arborea: From the Latin arbor 'tree', meaning tree-like
Current Conservation Status
2012 - Not Threatened
Conservation status of New Zealand indigenous vascular plants, 2012
The conservation status of all known New Zealand vascular plant taxa at the rank of species and below were reassessed in 2012 using the New Zealand Threat Classification System (NZTCS). This report includes a statistical summary and brief notes on changes since 2009 and replaces all previous NZTCS lists for vascular plants. Authors: Peter J. de Lange, Jeremy R. Rolfe, Paul D. Champion, Shannel P. Courtney, Peter B. Heenan, John W. Barkla, Ewen K. Cameron, David A. Norton and Rodney A. Hitchmough. File size: 792KB
Previous Conservation Status
2009 - Not Threatened
2004 - Not Threatened
Hedycarya arborea J.R.Forst. et G.Forst.
Common small tree. Leaves dark green, glossy, oval, with toothed margins, in pairs on short stalks from a flattened part of the dark twigs. Flowers simple, green, around 1cm wide, arranged in small sprays. Fruit orange, oval, about 1cm long.
Vascular - Native
The National Vegetation Survey (NVS) Databank
is a physical archive and electronic databank containing records of over 94,000 vegetation survey plots - including data from over 19,000 permanent plots. NVS maintains a standard set of species code abbreviations that correspond to standard scientific plant names from the Ngä Tipu o Aotearoa - New Zealand Plants database.
Dicotyledonous Trees & Shrubs
Hedycarya dentata G.Forst.; Hedycarya scabra A.Cunn., Zanthoxylum novae-zelandiae A.Rich.
Endemic. Three Kings, North and South Islands. In the South island uncommon in the east south of Kaikoura reaching its southern limit on that coastline on Banks Peninsula, iit is more ranging in the west reaching northern Fiordland at least.
A common forest tree of coastal and lowland forest, extending into montane areas in the warmer parts of the North Island
Tree up to 12 m. tall; trunk up to 0.5m dbh, clear of branches for first few metres, ; bark dark grey to brown-grey, firm (not flaking) finely tessellated. Branches numerous, upright to spreading; branchlets finely brown-pubescent at tips. Leaves coriaceous, glabrous except for midrib and main veins and petioles, adaxially dark green, glossy or glaucescent, abaxially similar but paler and dull; petioles 10-15-20(-35)mm long; lamina 40-120(-180) × 25-30(-50-60) mm, elliptic-obovate, oblanceolate to lanceolate, cuneately narrowed to base, obtuse to subacute or acute, margins distantly serrate (with occasional subentire leaves) or toothed. Inflorescence a branched raceme; peduncles and pedicels slender, pubescent. Male with perianth c.10 mm diameter, pubescent, stamens numerous, anthers sessile. Female with perianth c.6 mm diameter; carpels up to 20. Drupe 1-seeded, ovoid, 10-15(-16) mm long, red or orange-red up to 10 per branch. Endocarp 9-14 mm long, elliptic to obovate, rarely circular, brown to grey-brown, surface ± smooth, usually with a few irregular bumps and/or longitudinal ridges. Description adapted from Allan (1961) and Webb & Simpson (2001).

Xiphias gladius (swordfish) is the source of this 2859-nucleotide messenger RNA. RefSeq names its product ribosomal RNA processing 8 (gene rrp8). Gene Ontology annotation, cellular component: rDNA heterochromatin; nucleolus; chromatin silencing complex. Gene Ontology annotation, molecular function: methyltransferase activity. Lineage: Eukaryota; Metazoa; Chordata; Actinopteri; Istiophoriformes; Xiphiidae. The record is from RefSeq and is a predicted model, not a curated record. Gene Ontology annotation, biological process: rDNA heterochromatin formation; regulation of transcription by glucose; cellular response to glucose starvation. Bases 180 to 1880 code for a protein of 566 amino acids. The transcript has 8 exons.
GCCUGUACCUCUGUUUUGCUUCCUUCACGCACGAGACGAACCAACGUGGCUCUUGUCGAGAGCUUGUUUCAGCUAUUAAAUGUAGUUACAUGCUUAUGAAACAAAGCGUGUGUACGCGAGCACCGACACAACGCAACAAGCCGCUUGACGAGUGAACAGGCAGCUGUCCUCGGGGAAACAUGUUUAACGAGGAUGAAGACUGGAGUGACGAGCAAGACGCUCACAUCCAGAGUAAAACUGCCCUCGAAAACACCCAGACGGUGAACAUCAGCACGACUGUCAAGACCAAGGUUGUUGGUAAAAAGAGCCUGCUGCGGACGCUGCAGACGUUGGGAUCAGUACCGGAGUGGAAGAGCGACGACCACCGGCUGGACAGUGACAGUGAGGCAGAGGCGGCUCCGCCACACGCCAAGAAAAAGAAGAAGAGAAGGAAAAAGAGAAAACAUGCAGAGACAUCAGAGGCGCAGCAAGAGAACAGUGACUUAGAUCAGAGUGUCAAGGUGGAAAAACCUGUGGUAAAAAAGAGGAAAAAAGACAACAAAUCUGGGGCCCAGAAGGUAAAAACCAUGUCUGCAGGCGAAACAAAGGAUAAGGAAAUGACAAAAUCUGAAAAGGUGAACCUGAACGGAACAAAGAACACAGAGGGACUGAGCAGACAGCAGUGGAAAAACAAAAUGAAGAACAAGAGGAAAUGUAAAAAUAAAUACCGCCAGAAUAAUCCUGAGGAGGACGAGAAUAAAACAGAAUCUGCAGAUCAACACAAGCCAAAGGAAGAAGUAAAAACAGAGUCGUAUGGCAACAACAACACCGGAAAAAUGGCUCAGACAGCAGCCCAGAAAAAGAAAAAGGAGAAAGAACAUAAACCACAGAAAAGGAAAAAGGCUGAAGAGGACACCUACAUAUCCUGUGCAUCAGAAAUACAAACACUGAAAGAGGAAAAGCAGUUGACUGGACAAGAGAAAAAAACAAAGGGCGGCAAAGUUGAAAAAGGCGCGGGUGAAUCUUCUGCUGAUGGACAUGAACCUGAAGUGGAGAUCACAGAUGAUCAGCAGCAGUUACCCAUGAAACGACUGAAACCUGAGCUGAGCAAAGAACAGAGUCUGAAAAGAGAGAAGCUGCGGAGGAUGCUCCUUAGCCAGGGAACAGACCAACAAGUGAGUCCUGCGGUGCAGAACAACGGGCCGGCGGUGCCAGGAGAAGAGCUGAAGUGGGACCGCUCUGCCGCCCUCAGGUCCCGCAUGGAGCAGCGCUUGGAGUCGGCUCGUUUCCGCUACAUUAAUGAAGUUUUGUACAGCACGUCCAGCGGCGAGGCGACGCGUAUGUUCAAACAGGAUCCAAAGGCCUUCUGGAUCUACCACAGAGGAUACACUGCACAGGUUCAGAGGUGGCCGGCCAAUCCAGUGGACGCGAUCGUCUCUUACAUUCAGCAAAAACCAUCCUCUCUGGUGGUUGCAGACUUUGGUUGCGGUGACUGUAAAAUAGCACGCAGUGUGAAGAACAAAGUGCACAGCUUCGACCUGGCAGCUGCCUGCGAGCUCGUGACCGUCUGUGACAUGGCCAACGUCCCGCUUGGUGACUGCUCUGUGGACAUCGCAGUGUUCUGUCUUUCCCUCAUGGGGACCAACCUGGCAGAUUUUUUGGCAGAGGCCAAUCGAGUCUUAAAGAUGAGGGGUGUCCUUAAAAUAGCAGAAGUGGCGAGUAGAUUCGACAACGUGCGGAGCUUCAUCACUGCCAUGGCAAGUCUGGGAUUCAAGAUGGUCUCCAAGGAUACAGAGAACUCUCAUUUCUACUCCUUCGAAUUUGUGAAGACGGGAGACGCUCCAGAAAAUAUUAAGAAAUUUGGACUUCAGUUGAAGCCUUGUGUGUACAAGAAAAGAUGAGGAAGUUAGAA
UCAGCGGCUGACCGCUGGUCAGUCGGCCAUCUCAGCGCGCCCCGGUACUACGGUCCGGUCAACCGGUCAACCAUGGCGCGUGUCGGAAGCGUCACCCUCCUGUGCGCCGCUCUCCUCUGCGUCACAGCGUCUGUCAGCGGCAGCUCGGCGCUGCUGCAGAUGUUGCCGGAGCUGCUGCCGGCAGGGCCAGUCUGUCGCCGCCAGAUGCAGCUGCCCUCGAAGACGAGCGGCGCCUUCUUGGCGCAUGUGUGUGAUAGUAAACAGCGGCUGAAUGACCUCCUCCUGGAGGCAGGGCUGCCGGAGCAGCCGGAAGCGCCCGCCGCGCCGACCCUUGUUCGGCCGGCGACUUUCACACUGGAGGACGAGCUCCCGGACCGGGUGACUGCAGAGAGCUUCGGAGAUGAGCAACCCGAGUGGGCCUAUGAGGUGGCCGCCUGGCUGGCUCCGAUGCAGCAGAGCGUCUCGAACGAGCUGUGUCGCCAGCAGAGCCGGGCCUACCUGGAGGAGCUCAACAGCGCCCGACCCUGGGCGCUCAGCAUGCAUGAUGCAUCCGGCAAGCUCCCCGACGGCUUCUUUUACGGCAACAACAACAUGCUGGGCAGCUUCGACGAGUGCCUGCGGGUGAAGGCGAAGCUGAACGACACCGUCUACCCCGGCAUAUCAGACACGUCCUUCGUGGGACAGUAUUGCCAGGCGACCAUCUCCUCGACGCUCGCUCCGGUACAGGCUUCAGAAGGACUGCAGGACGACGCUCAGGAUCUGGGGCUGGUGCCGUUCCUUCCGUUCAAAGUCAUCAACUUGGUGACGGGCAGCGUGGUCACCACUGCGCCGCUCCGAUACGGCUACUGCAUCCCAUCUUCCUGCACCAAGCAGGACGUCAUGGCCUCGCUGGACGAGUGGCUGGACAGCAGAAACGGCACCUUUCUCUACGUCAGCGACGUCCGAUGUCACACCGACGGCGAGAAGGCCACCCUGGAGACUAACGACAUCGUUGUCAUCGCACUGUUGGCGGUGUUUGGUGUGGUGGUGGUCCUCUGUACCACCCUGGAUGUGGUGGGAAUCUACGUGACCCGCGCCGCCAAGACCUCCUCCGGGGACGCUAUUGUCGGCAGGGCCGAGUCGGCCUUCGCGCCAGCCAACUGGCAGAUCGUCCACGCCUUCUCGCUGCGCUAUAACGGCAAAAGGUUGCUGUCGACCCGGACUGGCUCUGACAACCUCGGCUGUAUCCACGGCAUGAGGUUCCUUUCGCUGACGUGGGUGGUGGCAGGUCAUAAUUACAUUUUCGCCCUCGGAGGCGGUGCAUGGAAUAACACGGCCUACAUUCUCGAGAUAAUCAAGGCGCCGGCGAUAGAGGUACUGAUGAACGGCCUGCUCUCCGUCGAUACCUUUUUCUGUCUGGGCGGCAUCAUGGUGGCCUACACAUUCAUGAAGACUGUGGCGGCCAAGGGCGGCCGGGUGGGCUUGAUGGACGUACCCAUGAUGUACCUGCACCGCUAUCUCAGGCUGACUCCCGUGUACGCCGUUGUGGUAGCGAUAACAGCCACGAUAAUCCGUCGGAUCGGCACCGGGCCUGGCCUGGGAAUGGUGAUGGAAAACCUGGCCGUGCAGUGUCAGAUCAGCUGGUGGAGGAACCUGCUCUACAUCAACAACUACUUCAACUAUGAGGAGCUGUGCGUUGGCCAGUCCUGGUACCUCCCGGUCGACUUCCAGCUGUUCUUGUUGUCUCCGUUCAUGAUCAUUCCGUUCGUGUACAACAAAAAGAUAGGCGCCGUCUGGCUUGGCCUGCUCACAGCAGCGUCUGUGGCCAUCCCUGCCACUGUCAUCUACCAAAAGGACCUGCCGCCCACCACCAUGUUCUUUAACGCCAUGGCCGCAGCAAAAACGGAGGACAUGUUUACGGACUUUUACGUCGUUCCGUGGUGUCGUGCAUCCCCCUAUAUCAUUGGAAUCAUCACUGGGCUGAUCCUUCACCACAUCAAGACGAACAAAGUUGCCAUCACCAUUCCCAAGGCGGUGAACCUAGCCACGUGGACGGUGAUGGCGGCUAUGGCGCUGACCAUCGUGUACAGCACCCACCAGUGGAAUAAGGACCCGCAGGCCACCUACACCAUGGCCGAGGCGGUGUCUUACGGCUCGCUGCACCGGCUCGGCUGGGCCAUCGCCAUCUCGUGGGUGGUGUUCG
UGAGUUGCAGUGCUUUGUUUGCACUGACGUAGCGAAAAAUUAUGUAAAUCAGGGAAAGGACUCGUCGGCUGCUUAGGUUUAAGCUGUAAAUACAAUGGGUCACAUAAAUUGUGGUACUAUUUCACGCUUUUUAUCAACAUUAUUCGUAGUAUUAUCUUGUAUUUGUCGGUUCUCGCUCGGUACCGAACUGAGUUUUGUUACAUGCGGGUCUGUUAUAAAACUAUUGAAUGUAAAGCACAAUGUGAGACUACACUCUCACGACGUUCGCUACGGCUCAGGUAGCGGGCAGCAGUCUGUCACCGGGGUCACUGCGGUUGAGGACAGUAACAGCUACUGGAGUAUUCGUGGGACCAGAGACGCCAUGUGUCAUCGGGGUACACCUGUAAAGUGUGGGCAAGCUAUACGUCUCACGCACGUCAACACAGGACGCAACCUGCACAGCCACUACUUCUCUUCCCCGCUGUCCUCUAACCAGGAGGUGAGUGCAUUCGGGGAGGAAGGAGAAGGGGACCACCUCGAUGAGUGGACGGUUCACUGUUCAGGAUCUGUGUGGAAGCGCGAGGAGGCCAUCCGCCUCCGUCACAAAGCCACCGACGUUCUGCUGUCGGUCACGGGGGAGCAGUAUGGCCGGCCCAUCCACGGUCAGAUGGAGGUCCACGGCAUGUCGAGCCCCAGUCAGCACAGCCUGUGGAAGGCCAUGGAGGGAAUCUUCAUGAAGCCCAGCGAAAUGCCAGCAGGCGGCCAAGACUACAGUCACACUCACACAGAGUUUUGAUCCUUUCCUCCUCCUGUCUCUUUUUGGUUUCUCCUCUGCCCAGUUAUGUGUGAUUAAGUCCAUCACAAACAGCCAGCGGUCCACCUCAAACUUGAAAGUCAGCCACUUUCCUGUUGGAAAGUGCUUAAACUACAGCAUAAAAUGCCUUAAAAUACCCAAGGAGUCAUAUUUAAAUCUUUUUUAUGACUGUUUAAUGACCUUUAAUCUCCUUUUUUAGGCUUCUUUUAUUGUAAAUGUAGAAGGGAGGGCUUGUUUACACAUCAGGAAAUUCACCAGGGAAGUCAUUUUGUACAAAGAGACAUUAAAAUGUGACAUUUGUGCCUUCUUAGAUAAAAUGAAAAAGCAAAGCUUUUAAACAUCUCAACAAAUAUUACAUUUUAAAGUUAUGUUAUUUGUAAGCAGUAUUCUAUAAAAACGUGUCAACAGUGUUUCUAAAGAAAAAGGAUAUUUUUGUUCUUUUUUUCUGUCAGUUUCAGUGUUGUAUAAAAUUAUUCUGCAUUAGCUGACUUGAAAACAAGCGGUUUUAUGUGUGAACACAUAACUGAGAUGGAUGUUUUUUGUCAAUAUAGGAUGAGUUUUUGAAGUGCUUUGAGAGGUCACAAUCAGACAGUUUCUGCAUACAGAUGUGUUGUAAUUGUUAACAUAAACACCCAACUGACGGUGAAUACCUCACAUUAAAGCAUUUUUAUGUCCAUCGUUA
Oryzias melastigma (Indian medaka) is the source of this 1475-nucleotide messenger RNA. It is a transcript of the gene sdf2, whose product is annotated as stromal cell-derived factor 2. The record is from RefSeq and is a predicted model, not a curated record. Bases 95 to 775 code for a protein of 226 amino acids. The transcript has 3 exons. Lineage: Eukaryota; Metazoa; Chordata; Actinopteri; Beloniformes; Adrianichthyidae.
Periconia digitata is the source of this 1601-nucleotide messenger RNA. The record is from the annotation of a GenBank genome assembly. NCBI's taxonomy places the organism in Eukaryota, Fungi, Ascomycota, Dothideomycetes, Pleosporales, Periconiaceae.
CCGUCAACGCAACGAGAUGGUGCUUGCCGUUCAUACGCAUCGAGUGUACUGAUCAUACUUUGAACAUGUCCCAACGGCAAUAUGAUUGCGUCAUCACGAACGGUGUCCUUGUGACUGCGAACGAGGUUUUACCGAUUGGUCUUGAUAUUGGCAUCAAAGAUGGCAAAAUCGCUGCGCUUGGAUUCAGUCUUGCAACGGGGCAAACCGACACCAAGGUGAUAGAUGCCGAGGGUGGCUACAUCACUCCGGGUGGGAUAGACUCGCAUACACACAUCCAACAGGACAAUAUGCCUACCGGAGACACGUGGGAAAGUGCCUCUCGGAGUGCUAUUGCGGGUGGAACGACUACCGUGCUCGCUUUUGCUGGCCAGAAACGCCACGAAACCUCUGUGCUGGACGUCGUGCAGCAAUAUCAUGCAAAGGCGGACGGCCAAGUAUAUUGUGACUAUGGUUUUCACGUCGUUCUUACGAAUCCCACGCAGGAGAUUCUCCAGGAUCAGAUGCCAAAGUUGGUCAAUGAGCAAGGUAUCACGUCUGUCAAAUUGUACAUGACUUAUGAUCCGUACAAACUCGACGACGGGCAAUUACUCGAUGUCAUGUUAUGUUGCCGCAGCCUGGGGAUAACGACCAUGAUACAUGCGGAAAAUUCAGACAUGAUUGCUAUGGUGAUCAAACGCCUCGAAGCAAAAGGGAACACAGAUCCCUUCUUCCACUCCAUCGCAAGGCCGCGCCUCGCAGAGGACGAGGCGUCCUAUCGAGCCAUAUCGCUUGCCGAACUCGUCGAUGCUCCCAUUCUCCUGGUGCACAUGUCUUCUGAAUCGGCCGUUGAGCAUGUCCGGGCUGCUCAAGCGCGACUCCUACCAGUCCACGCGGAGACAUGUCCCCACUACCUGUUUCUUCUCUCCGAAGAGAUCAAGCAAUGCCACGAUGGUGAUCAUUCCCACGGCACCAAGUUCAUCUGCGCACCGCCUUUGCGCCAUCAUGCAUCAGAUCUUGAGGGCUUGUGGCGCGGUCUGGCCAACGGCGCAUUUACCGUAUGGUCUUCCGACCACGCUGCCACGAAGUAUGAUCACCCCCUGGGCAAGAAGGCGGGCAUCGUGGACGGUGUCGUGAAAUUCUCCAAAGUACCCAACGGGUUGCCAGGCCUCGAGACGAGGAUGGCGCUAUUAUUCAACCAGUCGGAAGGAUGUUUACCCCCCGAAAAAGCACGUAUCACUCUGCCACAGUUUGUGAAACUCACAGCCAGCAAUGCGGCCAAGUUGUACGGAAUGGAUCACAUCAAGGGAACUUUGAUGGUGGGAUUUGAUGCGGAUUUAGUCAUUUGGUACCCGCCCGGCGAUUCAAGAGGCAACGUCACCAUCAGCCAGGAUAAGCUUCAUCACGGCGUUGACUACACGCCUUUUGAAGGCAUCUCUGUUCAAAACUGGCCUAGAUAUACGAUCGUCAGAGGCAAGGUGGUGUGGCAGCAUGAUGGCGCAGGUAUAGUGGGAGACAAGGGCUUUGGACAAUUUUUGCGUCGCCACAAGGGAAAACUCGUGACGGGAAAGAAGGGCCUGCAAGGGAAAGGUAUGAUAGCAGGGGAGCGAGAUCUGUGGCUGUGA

None. Plants from the Three Kings (Manawa Tawhi (Great) Island) and the Poor Knights are notable for their very large broad-elliptic to broad-obovate, distantly bluntly toothed leaves (see comments by Allan 1961). However, de Lange & Cameron (1999) noted that not all Hedycarya on the Poor Knights share these characteristics and that such large-leaved plants grade into "typical" H. arborea on the other Hauraki Gulf Islands. The situation seems similar to that observed for large-leaved forms of tawa (Beilschmiedia tawa) that some authors have segregated as a distinct species, B. tawaroa (see Wright 1984). Like B. tawaroa, these larger, broader leaved island forms of Hedycarya arborea, exhibit no other morphological or cytological distinctions (see de Lange & Murray 2002). Nevertheless they would repay further study
December - February
March - June
Easily grown from fresh seed. A quick growing tree ideal for the warmer parts of the North Island (though once established it will tolerate a reasonable amount of cold). The fruit is avidly sought after by kereru (Hemiphaga novaezelandiae).
n = 57II, 2n = 116, c.166
Life Cycle and Dispersal
Fleshy drupes are dispersed by frugivory (Thorsen et al., 2009).
Factsheet prepared for NZPCN by P.J. de Lange 20 February 2011. Description adapted from Allan (1961) and Webb & Simpson (2001).
References and further reading
Allan, H.H. 1961: Flora of New Zealand. Vol. I, Wellington, Government Printer.
de Lange, P.J.; Cameron, E.K. 1999: The Vascular Flora of Aorangi Island, Poor Knights Islands, Northern New Zealand. New Zealand Journal of Botany 37: 433-468.
de Lange, P.J.; Murray, B.G. 2002: Contributions to a chromosome atlas of the New Zealand flora – 37. Miscellaneous families. New Zealand Journal of Botany 40: 1-24.
Thorsen, M. J.; Dickinson, K. J. M.; Seddon, P. J. 2009. Seed dispersal systems in the New Zealand flora. Perspectives in Plant Ecology, Evolution and Systematics 11: 285-309
Webb, C.J.; Simpson, M.J.A. 2001: Seeds of New Zealand Gymnosperms and Dicotyledons. Christchurch, Manuka Press.
Wright, A. E. 1984: Beilschmiedia Nees (Lauraceae) in New Zealand. New Zealand Journal of Botany 22: 109-125.
This page last updated on 9 Apr 2015